Looks like July has become the month of haiku-writing for me. I’m really enjoying this, and it really makes me smile to be able to look back on the haikus and the little memories they contain. I’ve tried the 100 Happy Days Challenge before, and I’ve kept daily gratitude journals before, but I think those things always focussed on the obvious joys (e.g. went to a concert, hung out with a friend, had dinner at this place, watched a movie, had a sleep in, etc)
And some days I had to search for little things to be happy/grateful about, but I also feel like it got repetitive after a while too.
It’s only two weeks into this daily haiku thing, so maybe it’s a bit too early to judge, but it feels like this challenge is making me look outside myself more, to seek wonder more so than happiness. I’m sure there’s a scientific paper somewhere that says wonder is an important feeling/sensation that all people should try to experience as much as possible.
But I think the other thing that sets this apart from other gratitude projects, is that instead of just taking and captioning a photo, or simply recalling every good thing that happened that day — instead of these relatively quick processes, haiku requires you to take inspiration, and then mould that to fit your finite syllables. In this process, you might have to shuffle words around, find alternative ways of describing something, and really focus on the most important aspects that you want to convey.
In short, there’s a lot involved! But it’s still pretty simple, and I maintain that anyone with a basic grasp of language can do it. Continue reading
For about two days, there has been a large black moth perched on the wall above the door to the bathroom. You know the ones – moths the size of butterflies, but black as soot with two piercing eyes emblazoned on their wings. I remember there were heaps of them around the old heritage-listed buildings of my high school. They seem harmless enough, but are still spooky as.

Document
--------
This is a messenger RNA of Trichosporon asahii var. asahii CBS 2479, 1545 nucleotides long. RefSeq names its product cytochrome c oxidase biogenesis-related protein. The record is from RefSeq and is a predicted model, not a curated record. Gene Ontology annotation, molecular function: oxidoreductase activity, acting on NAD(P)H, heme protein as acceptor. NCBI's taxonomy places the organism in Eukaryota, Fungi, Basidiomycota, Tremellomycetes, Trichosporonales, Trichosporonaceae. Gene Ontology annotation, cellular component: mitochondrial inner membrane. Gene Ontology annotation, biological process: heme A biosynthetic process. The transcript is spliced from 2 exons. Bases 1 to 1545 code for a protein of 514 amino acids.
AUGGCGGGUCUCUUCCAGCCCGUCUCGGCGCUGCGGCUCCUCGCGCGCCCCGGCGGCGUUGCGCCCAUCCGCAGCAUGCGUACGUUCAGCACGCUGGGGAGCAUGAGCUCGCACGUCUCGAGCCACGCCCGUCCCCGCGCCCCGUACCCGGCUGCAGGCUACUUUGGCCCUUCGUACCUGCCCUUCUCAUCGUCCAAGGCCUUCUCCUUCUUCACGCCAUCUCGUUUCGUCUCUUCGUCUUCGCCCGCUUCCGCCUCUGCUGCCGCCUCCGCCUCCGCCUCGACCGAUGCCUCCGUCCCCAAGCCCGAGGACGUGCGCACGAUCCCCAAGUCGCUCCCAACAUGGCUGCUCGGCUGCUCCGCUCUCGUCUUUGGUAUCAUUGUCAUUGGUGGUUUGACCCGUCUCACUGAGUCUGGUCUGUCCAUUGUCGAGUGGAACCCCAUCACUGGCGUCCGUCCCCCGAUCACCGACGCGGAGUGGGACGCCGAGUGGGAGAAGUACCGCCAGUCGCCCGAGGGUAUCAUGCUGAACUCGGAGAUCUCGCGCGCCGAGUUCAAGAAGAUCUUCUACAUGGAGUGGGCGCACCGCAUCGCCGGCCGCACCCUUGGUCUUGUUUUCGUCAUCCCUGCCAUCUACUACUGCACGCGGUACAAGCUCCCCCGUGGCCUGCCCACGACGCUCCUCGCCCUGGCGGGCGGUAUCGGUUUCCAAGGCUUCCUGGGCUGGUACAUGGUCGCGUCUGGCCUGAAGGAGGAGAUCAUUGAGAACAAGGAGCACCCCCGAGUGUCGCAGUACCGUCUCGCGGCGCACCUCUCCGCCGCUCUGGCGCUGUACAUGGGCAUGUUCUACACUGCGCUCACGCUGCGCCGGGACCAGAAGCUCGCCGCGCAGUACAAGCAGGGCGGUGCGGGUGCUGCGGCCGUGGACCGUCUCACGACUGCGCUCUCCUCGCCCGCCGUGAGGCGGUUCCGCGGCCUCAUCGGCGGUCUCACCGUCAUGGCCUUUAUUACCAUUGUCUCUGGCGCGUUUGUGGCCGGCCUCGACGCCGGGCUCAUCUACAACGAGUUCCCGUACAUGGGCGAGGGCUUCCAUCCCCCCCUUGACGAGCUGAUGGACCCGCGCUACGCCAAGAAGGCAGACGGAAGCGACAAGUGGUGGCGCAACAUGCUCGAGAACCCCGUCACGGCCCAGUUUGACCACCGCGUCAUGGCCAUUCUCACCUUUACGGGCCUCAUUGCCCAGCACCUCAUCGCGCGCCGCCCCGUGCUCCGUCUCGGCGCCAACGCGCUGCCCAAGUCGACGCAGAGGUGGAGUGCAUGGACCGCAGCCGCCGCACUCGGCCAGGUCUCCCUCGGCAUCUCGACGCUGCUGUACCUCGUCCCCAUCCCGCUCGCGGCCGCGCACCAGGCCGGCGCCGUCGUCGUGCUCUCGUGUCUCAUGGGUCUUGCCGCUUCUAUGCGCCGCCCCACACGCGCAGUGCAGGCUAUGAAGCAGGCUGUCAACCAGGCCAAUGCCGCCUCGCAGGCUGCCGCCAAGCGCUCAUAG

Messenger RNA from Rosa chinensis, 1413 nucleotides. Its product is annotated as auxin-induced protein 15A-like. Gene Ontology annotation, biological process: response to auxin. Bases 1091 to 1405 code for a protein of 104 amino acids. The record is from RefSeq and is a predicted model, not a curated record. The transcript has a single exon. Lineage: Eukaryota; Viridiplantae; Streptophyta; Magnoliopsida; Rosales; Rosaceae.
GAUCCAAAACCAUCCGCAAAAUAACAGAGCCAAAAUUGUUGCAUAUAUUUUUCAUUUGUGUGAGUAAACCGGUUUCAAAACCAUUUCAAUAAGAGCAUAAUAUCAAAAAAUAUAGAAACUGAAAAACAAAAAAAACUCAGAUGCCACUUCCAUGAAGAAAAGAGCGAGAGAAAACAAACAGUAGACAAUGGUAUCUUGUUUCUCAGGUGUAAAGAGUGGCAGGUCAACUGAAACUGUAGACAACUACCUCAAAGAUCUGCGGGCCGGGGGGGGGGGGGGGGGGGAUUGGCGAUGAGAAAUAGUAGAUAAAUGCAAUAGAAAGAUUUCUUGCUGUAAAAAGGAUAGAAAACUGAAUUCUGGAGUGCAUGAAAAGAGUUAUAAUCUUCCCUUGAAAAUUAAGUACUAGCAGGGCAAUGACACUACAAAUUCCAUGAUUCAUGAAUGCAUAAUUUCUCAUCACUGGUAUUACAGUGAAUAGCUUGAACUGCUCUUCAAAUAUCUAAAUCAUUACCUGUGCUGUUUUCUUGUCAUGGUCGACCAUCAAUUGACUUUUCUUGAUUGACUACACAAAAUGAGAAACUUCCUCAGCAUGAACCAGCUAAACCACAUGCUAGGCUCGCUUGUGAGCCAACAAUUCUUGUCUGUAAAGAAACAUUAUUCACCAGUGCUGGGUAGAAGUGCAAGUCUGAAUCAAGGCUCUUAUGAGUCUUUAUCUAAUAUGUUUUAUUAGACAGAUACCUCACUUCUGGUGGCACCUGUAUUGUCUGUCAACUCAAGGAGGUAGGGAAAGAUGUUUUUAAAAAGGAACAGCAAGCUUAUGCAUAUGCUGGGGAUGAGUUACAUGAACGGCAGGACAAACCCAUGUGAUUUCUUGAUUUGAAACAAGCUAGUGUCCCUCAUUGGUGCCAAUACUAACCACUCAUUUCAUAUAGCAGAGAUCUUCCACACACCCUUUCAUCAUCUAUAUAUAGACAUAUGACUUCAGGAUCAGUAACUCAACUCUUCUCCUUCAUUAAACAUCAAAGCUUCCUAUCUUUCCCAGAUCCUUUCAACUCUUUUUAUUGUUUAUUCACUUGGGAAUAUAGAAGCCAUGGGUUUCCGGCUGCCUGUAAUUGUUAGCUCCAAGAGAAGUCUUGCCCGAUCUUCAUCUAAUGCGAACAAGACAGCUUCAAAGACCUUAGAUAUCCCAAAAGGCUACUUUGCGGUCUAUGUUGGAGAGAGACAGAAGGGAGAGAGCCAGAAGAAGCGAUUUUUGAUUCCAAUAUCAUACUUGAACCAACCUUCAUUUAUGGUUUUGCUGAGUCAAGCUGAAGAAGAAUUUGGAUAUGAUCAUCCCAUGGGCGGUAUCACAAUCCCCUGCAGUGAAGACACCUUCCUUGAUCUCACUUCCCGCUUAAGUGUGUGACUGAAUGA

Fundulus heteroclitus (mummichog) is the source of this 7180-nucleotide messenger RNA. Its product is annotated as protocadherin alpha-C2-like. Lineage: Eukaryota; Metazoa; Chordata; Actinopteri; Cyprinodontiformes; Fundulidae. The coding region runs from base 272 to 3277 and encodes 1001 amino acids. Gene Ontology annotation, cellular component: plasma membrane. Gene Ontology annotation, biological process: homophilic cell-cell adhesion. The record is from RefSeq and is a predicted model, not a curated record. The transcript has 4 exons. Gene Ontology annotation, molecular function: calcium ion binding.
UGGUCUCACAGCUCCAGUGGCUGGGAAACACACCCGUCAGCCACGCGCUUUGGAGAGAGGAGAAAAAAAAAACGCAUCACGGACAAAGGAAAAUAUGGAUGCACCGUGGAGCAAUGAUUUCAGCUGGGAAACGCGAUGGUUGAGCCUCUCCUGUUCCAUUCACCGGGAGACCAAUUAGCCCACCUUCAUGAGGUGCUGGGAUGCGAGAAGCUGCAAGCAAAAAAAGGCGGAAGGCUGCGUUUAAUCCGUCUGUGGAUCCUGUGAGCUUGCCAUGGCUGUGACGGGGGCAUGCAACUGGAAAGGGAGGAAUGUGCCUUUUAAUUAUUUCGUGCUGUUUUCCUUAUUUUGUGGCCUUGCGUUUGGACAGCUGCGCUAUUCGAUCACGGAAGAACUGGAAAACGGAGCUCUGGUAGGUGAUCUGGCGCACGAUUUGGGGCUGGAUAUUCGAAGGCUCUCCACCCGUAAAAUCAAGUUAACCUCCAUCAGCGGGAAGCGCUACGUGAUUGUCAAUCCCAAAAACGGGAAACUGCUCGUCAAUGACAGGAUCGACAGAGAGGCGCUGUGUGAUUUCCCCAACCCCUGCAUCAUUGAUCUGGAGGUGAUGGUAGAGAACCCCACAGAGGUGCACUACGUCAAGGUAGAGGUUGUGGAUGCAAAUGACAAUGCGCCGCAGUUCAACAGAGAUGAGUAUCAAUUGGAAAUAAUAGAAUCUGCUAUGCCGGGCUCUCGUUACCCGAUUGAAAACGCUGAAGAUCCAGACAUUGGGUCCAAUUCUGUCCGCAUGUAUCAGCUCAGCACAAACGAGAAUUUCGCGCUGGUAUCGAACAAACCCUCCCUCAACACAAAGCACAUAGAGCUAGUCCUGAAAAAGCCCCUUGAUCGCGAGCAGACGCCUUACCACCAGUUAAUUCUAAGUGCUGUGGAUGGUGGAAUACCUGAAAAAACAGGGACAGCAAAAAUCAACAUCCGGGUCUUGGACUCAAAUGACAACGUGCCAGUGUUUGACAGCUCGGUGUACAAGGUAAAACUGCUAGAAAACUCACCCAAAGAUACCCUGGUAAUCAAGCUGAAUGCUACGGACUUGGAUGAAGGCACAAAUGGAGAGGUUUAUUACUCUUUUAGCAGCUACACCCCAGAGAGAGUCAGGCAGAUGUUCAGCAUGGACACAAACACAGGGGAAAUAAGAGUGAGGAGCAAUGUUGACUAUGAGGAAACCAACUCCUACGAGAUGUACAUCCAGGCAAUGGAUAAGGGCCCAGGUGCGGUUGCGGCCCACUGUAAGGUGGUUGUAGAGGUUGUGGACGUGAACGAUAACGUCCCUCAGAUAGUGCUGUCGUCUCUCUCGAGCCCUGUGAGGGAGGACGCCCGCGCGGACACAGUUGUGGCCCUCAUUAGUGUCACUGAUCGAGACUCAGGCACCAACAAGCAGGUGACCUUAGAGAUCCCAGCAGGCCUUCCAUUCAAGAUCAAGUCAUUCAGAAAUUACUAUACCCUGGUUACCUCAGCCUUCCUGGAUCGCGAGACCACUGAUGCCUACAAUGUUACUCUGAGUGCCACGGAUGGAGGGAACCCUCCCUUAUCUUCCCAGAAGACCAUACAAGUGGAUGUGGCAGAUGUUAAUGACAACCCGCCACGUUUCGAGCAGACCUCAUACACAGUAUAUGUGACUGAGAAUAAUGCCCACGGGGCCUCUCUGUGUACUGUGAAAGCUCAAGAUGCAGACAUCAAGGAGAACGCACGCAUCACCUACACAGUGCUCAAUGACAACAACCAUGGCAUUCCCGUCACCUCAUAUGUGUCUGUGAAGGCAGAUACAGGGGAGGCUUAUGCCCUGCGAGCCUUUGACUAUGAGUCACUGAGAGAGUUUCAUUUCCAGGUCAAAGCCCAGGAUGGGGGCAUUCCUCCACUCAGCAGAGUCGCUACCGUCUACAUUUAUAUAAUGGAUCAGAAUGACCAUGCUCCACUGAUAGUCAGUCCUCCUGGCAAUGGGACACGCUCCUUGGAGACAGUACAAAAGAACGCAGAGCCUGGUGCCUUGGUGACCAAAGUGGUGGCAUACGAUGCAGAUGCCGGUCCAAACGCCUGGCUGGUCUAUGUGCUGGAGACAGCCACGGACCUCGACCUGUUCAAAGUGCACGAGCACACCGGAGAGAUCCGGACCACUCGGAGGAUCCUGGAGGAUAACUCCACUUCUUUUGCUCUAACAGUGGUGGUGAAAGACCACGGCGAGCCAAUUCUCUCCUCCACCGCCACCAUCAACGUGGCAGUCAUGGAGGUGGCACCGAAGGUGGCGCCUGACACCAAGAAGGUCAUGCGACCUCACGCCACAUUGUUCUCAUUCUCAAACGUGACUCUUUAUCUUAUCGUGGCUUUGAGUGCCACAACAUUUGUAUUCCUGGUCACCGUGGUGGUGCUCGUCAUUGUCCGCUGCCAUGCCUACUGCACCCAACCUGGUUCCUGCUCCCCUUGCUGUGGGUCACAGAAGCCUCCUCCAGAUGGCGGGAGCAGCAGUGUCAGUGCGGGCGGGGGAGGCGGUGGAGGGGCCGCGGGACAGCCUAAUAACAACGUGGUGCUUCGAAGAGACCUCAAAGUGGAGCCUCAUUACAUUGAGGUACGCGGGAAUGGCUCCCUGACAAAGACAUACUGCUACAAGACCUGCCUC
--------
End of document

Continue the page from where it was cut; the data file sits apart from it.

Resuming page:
The other morning, as I watched it doing nothing, and contemplated showing it the way out, I started thinking about what it’d be like to be almost perfectly still, in one place, for two whole days. I wondered about whether the moth was bored, or whether it even had the capacity to feel bored or dissatisfied.
I wondered, hypothetically, if it had the capacity to comprehend “life” and “meaning”, whether it would mourn its lack of either. If the moth doesn’t understand sadness, does it likewise not understand happiness? Does it simply not care? Here, however, I’m imposing my own human ideas of “sadness” and “happiness” onto something that is not human. Surely that’s not fair…?
I wonder what the moth would say of its own life.
Isn’t the contemplation of life, in itself, such an incredible feat?
Yesterday morning, I was watching the Today Show, and they interviewed adventurer Alison Teal. I’d never heard of her before, but apparently she’s been dubbed a “female Indiana Jones” alongside other fun nicknames. From what I gathered from the interview, she basically travels around the world for a show, through which she tries to raise awareness of how beautiful and precious our Earth is. She’s a big advocate of conservation and all that.
This particular interview was prompted by a recent trip she took to Hawaii. While she was there, she went surfing around an active volcano (the first woman to ever do so), and footage of this is supposedly going viral on the internet. In the interview, they talked to her a lot about what it was like to be so close to the volcano as it was erupting, and she talked about the extreme temperatures and the inherent dangers; but that wasn’t what really impressed me and made me actually stop and watch the entire interview.